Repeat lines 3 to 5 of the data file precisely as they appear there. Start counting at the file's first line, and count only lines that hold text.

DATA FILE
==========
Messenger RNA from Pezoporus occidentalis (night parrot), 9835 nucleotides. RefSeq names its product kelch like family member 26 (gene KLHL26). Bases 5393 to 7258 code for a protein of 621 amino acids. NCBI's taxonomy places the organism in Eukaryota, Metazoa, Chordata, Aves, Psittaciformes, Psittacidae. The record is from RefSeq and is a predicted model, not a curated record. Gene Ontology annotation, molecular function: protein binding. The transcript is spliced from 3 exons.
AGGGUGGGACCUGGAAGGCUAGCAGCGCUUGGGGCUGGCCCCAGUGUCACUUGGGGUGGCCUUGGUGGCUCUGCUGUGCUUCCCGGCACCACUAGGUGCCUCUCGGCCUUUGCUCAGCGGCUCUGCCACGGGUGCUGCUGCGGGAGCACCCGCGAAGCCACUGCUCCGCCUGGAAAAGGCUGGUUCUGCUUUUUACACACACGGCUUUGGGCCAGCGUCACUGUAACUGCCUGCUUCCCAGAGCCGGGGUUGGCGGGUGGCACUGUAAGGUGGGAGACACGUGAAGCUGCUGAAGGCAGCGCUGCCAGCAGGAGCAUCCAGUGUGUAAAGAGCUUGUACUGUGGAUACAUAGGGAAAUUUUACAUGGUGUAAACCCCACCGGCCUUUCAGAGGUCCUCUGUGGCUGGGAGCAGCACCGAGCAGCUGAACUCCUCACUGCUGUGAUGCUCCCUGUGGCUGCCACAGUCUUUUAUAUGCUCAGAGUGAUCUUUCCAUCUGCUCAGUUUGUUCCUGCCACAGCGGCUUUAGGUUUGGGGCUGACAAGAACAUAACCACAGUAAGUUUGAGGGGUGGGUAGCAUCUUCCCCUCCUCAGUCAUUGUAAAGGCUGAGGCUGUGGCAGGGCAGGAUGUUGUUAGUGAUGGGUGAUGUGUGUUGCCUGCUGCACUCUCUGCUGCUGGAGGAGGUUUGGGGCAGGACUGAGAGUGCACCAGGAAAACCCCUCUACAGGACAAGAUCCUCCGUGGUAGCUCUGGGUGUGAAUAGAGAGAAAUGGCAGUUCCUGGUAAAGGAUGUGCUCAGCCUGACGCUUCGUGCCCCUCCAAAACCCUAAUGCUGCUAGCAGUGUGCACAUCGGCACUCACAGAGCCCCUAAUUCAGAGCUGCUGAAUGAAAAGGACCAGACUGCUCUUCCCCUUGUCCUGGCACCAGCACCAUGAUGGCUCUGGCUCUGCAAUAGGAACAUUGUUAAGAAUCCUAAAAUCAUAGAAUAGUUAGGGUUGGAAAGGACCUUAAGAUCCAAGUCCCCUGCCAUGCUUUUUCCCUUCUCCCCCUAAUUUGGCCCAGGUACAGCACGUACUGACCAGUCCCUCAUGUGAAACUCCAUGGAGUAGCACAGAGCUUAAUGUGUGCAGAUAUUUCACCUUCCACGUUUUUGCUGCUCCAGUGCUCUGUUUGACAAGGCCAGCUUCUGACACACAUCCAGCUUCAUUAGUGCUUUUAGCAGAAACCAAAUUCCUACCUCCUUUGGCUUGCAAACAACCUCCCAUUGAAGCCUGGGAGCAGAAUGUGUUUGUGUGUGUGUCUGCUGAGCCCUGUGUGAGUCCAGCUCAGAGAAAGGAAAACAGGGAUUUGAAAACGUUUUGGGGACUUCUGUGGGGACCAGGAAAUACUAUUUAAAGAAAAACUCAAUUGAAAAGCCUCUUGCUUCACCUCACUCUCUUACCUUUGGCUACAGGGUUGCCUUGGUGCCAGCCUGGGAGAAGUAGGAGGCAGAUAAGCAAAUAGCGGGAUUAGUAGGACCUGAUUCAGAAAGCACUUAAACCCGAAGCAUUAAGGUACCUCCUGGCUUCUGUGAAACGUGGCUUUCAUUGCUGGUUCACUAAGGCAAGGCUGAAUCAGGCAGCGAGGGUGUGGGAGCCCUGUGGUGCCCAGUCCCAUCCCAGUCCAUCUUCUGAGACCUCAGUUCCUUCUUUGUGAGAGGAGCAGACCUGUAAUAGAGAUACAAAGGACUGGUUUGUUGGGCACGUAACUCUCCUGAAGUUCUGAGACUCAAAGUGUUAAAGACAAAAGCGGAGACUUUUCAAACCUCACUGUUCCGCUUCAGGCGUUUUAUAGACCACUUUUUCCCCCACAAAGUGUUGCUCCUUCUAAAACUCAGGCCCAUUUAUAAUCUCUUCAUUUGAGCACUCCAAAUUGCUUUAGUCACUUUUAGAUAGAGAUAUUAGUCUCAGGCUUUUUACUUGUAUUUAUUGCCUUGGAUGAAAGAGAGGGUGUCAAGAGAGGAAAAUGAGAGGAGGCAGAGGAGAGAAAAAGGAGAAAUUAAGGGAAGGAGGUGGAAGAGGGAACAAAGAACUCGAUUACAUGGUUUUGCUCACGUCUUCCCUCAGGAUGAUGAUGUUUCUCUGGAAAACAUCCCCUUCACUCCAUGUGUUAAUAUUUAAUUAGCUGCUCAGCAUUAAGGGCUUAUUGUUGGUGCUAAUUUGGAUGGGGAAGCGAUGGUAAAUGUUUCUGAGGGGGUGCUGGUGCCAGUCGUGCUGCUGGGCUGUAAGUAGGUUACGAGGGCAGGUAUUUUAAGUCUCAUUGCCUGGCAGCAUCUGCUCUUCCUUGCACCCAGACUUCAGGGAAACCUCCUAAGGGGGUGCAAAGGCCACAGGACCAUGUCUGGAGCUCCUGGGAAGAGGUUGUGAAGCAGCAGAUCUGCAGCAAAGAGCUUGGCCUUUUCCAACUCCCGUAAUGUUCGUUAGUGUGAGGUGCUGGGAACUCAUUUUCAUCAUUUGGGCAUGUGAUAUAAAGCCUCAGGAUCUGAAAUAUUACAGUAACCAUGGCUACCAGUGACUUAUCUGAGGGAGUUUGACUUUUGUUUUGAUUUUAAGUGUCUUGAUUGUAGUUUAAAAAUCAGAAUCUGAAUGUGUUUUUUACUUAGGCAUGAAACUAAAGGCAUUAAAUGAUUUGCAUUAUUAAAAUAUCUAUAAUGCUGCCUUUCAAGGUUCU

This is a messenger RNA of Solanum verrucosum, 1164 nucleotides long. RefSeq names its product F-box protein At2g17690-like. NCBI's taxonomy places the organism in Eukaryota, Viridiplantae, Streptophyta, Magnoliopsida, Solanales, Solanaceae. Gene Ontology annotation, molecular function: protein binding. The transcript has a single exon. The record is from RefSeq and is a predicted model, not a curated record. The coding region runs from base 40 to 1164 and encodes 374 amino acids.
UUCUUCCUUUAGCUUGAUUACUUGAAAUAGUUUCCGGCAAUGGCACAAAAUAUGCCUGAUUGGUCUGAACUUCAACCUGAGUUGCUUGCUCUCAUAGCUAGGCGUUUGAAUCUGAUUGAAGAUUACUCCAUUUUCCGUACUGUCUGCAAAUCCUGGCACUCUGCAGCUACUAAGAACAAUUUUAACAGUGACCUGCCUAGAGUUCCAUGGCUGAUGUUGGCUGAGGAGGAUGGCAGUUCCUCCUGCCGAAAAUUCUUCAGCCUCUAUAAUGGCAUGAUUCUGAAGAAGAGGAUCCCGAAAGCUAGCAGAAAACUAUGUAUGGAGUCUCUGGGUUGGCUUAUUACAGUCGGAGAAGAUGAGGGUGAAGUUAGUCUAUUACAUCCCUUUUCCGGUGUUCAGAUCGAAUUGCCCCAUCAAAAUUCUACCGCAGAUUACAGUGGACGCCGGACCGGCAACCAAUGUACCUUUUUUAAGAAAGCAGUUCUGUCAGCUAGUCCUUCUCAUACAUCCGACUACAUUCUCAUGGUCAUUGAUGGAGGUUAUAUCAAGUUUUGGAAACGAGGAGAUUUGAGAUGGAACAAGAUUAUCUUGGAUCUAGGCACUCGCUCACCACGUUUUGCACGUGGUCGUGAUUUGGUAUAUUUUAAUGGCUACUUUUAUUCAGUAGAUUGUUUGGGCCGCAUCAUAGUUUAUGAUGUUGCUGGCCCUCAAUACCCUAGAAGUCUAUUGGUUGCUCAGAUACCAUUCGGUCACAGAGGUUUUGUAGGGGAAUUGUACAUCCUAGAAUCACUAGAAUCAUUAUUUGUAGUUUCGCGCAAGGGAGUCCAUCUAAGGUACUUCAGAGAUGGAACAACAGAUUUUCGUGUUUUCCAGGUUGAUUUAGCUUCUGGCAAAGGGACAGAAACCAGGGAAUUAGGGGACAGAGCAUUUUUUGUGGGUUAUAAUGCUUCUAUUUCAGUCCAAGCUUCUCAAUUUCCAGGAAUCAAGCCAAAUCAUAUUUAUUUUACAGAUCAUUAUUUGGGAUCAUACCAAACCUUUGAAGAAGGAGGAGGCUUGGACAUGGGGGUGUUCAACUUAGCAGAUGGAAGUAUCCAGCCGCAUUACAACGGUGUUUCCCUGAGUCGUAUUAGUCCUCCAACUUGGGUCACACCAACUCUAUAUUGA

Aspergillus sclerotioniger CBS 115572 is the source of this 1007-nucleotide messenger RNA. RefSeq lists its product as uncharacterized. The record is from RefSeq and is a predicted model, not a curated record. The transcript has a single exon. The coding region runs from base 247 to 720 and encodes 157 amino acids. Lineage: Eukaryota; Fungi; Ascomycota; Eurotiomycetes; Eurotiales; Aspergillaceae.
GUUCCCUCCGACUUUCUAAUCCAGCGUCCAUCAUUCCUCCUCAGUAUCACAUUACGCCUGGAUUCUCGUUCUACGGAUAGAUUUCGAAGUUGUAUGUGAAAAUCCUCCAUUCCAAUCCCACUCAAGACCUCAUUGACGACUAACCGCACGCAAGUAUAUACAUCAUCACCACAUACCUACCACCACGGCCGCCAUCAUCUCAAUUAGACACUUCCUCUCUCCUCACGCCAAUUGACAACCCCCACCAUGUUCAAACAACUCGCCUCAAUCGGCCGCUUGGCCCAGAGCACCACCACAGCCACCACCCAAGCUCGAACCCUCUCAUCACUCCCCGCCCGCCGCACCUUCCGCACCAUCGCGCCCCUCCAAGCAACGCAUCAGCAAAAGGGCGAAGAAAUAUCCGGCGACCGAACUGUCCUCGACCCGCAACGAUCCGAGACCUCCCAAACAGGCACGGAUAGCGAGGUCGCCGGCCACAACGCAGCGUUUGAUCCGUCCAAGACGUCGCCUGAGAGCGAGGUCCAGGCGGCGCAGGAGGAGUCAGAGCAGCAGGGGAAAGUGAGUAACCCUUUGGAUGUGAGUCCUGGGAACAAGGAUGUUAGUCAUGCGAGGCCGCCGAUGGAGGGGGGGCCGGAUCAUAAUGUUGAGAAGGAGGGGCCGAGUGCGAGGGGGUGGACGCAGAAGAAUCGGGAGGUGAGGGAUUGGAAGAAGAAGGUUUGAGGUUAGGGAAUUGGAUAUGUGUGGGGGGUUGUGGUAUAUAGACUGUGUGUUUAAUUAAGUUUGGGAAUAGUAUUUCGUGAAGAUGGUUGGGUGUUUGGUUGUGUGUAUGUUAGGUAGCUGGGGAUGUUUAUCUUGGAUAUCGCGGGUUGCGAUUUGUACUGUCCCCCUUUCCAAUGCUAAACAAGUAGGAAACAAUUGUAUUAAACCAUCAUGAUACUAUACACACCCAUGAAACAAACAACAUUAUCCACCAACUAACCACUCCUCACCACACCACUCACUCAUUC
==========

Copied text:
This is a messenger RNA of Solanum verrucosum, 1164 nucleotides long. RefSeq names its product F-box protein At2g17690-like. NCBI's taxonomy places the organism in Eukaryota, Viridiplantae, Streptophyta, Magnoliopsida, Solanales, Solanaceae. Gene Ontology annotation, molecular function: protein binding. The transcript has a single exon. The record is from RefSeq and is a predicted model, not a curated record. The coding region runs from base 40 to 1164 and encodes 374 amino acids.
UUCUUCCUUUAGCUUGAUUACUUGAAAUAGUUUCCGGCAAUGGCACAAAAUAUGCCUGAUUGGUCUGAACUUCAACCUGAGUUGCUUGCUCUCAUAGCUAGGCGUUUGAAUCUGAUUGAAGAUUACUCCAUUUUCCGUACUGUCUGCAAAUCCUGGCACUCUGCAGCUACUAAGAACAAUUUUAACAGUGACCUGCCUAGAGUUCCAUGGCUGAUGUUGGCUGAGGAGGAUGGCAGUUCCUCCUGCCGAAAAUUCUUCAGCCUCUAUAAUGGCAUGAUUCUGAAGAAGAGGAUCCCGAAAGCUAGCAGAAAACUAUGUAUGGAGUCUCUGGGUUGGCUUAUUACAGUCGGAGAAGAUGAGGGUGAAGUUAGUCUAUUACAUCCCUUUUCCGGUGUUCAGAUCGAAUUGCCCCAUCAAAAUUCUACCGCAGAUUACAGUGGACGCCGGACCGGCAACCAAUGUACCUUUUUUAAGAAAGCAGUUCUGUCAGCUAGUCCUUCUCAUACAUCCGACUACAUUCUCAUGGUCAUUGAUGGAGGUUAUAUCAAGUUUUGGAAACGAGGAGAUUUGAGAUGGAACAAGAUUAUCUUGGAUCUAGGCACUCGCUCACCACGUUUUGCACGUGGUCGUGAUUUGGUAUAUUUUAAUGGCUACUUUUAUUCAGUAGAUUGUUUGGGCCGCAUCAUAGUUUAUGAUGUUGCUGGCCCUCAAUACCCUAGAAGUCUAUUGGUUGCUCAGAUACCAUUCGGUCACAGAGGUUUUGUAGGGGAAUUGUACAUCCUAGAAUCACUAGAAUCAUUAUUUGUAGUUUCGCGCAAGGGAGUCCAUCUAAGGUACUUCAGAGAUGGAACAACAGAUUUUCGUGUUUUCCAGGUUGAUUUAGCUUCUGGCAAAGGGACAGAAACCAGGGAAUUAGGGGACAGAGCAUUUUUUGUGGGUUAUAAUGCUUCUAUUUCAGUCCAAGCUUCUCAAUUUCCAGGAAUCAAGCCAAAUCAUAUUUAUUUUACAGAUCAUUAUUUGGGAUCAUACCAAACCUUUGAAGAAGGAGGAGGCUUGGACAUGGGGGUGUUCAACUUAGCAGAUGGAAGUAUCCAGCCGCAUUACAACGGUGUUUCCCUGAGUCGUAUUAGUCCUCCAACUUGGGUCACACCAACUCUAUAUUGA

Aspergillus sclerotioniger CBS 115572 is the source of this 1007-nucleotide messenger RNA. RefSeq lists its product as uncharacterized. The record is from RefSeq and is a predicted model, not a curated record. The transcript has a single exon. The coding region runs from base 247 to 720 and encodes 157 amino acids. Lineage: Eukaryota; Fungi; Ascomycota; Eurotiomycetes; Eurotiales; Aspergillaceae.